For a further novel solution read page 32 of the Oak Ridge National Laboratory report (

    I don't think neodymium or REs will be a roadblock to HEVs, PHEVs or BEVs. Like with wind, there are alternatives, which, if and when rare earths are in short supply, will surely be used.

    PS: Emotion in the cleantech space invariably leads to blinkered analysis, I suggest you dial it down and you may see things clearer. I speak from experience.
    Sep 1 01:50 PM | 4 Likes Like |Link to Comment
  • Chinese Rare Earth Rationing Shouldn't Sink Wind Power Sector [View article]
    There are three main types of wind turbines (market share) [manufacturers]: (Source: www.ewec2006proceeding...)

    Doubly-fed induction generator with gearbox (70%) [Vestas, GE, Gamesa, Nordex, REpower, etc]

    Direct-drive with direct-current excitation (30%) [Enercon, MTorres, Lagerway, etc]

    Direct-drive generator with permanent-magnet excitation (<1%) [VENSYS, Goldwind, Scanwind, etc]

    It's not clearcut that permanent-magnet excitation is better than direct-current excitation. Any shortage of rare-earths will only serve to choke any prospective widening of the market share of permanent-magnet wind turbines. Chinese rare earth rationing will not, by itself, prevent the expansion of wind generation.
    Sep 1 11:28 AM | 4 Likes Like |Link to Comment
  • Molycorp: A Second Chance: Part III of III [View article]
    Great articles - your best ones so far.

    A few questions.

    a) On Xsorbx as you point out, there is little information out there on it, with the only ostensible sales being $8,400 (0.1% of MCP's Q3 2010 revenue according to S1 prospectus). This is based on selling Xsorbx for $9.90/kg. I estimate Xsorbx to contain 30% cerium, 70% alumina; what was your assumption? I'm in show me as you me the money mode with MCP - this product submitted a patent application in 2003, granted in 2005. Why the hold up - particularly when cerium oxide sold for < $7/kg from 2003 up to July 2010.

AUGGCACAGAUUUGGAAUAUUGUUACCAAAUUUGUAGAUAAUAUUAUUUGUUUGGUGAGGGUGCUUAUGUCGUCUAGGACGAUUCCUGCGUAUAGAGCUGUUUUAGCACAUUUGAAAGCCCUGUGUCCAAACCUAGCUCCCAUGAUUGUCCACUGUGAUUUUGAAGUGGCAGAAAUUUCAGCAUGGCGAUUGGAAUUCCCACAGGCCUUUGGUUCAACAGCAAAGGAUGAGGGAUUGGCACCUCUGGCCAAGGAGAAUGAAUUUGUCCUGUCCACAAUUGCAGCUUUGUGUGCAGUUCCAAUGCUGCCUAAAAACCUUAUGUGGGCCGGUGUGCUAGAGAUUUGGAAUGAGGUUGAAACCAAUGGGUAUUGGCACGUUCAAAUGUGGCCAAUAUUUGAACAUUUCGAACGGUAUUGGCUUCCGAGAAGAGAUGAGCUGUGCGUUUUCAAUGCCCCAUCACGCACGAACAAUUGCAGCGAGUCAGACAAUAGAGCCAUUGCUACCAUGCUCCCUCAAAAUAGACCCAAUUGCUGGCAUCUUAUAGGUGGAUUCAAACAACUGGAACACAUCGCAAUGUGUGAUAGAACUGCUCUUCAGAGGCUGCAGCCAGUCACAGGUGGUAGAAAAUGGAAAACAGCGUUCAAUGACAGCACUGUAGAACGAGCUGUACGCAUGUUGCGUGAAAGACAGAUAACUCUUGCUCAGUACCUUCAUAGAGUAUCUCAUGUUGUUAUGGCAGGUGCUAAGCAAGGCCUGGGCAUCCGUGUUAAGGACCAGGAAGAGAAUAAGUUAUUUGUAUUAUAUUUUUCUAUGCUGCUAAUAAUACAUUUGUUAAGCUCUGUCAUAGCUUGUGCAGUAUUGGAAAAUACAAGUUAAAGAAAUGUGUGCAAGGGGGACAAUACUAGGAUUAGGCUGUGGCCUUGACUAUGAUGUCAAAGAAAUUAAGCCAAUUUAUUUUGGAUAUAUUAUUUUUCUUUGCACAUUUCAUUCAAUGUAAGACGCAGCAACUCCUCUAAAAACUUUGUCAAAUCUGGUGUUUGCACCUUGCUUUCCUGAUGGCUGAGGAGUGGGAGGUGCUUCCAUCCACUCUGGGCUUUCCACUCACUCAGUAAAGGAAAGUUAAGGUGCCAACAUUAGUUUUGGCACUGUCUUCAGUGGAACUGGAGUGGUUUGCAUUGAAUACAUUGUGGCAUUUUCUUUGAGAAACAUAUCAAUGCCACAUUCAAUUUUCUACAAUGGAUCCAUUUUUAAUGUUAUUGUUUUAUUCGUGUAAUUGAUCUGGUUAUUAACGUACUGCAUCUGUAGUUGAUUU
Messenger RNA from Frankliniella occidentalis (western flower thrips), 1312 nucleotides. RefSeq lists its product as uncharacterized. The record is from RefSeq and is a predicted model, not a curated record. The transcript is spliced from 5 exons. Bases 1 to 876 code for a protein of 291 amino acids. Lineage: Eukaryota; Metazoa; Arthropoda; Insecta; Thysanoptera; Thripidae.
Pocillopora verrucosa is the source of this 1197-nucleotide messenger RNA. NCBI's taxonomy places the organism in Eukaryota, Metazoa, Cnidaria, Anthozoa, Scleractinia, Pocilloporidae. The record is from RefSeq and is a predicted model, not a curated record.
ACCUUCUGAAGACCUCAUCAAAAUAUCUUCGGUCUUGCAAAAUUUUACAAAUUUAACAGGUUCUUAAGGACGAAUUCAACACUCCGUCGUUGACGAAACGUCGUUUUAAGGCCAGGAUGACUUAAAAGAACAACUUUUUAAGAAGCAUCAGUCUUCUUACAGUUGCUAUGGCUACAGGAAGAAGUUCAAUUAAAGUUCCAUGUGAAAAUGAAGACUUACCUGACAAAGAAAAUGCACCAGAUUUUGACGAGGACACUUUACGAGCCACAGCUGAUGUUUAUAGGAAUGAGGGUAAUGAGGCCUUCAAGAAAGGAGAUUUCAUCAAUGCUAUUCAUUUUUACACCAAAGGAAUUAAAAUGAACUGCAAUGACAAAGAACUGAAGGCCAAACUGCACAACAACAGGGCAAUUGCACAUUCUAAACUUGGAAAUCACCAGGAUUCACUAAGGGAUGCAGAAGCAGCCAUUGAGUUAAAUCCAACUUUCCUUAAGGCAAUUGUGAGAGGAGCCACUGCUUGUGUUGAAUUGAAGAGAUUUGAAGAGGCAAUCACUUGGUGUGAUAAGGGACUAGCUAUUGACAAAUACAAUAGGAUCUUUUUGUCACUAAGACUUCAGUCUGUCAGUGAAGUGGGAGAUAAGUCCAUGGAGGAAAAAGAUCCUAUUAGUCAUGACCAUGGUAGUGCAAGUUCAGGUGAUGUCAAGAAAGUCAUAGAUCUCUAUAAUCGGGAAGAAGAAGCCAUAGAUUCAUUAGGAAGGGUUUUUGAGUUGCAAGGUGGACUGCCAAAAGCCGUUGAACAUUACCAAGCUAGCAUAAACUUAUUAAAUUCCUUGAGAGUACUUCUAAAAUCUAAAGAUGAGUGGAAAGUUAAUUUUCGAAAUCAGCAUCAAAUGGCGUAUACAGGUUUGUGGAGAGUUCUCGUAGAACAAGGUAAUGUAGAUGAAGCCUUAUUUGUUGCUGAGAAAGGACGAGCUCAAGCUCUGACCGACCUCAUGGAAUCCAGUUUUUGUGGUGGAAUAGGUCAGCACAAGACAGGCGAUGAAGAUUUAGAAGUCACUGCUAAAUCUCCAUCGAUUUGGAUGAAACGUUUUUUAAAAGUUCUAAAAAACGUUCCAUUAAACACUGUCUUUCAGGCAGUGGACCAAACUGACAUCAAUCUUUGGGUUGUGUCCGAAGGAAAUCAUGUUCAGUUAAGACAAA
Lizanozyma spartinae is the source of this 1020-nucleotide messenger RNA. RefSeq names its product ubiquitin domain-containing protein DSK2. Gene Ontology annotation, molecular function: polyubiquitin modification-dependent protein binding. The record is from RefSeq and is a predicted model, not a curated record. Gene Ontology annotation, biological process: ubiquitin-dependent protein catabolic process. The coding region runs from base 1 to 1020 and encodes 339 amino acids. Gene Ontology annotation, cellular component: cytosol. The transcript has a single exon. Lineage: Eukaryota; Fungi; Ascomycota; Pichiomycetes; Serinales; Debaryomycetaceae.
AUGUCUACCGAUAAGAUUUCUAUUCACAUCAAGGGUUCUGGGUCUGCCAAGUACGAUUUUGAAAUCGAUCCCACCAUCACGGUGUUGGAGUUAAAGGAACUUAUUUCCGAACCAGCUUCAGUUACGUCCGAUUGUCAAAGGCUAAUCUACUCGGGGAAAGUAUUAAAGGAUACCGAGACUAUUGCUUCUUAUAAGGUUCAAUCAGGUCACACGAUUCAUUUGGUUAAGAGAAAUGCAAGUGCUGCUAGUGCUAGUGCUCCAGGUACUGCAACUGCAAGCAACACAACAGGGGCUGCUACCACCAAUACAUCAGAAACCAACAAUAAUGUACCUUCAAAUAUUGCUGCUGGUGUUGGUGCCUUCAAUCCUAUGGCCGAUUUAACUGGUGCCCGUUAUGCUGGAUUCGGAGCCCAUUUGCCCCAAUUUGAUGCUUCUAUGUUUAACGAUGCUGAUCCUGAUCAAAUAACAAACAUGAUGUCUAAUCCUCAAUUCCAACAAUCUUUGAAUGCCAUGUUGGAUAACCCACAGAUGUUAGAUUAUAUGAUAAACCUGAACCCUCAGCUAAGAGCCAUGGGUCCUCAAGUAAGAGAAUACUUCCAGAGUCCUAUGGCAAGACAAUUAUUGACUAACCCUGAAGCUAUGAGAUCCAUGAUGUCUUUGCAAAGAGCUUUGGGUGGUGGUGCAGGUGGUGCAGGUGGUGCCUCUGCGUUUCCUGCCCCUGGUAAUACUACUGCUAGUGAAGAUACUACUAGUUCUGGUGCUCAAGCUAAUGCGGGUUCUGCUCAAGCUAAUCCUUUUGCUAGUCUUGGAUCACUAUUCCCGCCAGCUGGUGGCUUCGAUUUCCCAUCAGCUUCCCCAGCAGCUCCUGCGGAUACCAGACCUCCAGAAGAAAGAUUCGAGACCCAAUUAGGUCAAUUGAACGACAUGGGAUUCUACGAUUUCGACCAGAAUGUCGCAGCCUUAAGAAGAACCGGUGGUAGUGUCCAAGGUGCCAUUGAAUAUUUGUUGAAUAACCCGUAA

b) Cerium oxide $70/kg floor? This has clearly eluded all other analysts in the REE space. Additionally buyers must have been systematically lying to Metal Pages and Asian Metal for the past four months that Ce has been trading below this level. To include this assumption based on NYT article is a stretch.

    c) NdFeB alloy margins. You will note from exhibit 13.1 from MCP IPO prospectus that SRK included 4% dysprosium in their magnets. This is bought for an assumed ~ $90/kg by SRK. Dysprosium oxide currently retails for $1,410/kg FOB. SRK further assumed $31/kg Nd oxide vs. your $120-$150/kg. In your model, for each kg of Nd in NdFeB alloy (i.e. 3.06 kg NdFeB contains 1 kg Nd), what is your assumed profit in $/kg Nd? From slide 23 (link below), if we assume MCP buys in the Nd oxide for $31/kg, the incremental profit is $40/kg. Do you assume $40/kg incremental profit? Or is it a % margin? Magnet producers have been levying surcharges on the Nd/Pr & Dy input costs, not levying an additional margin on their cost.

    Jan 12 07:49 PM | 3 Likes Like |Link to Comment
  • REE/Strategic Minerals Concentrator, June 17, 2011 [View instapost]
    There's an infinitely slicker fly-through of ucore's property here:
    Jun 20 06:13 PM | 3 Likes Like |Link to Comment
  • Molycorp's Project Phoenix Rising Along With Its NPV [View article]
    "The second thing that stood out to us was that we learned one of the uses for lanthanum and cerium is to crack heavy oil into lighter petroleum products. This is not a use for these specific rare earths that we were previously aware of, but it stands out to us as a major growth opportunity in terms of demand drivers."

    Whoa, buddy, gonna have to stop you there! Approximately 55% of lanthanum is used in fluid catalytic cracking (FCC) (19.5 ktpa) while about 3% of cerium (2.2 ktpa) is also used in FCC. ( I would hardly call oil a growth area, even if the average API is decreasing.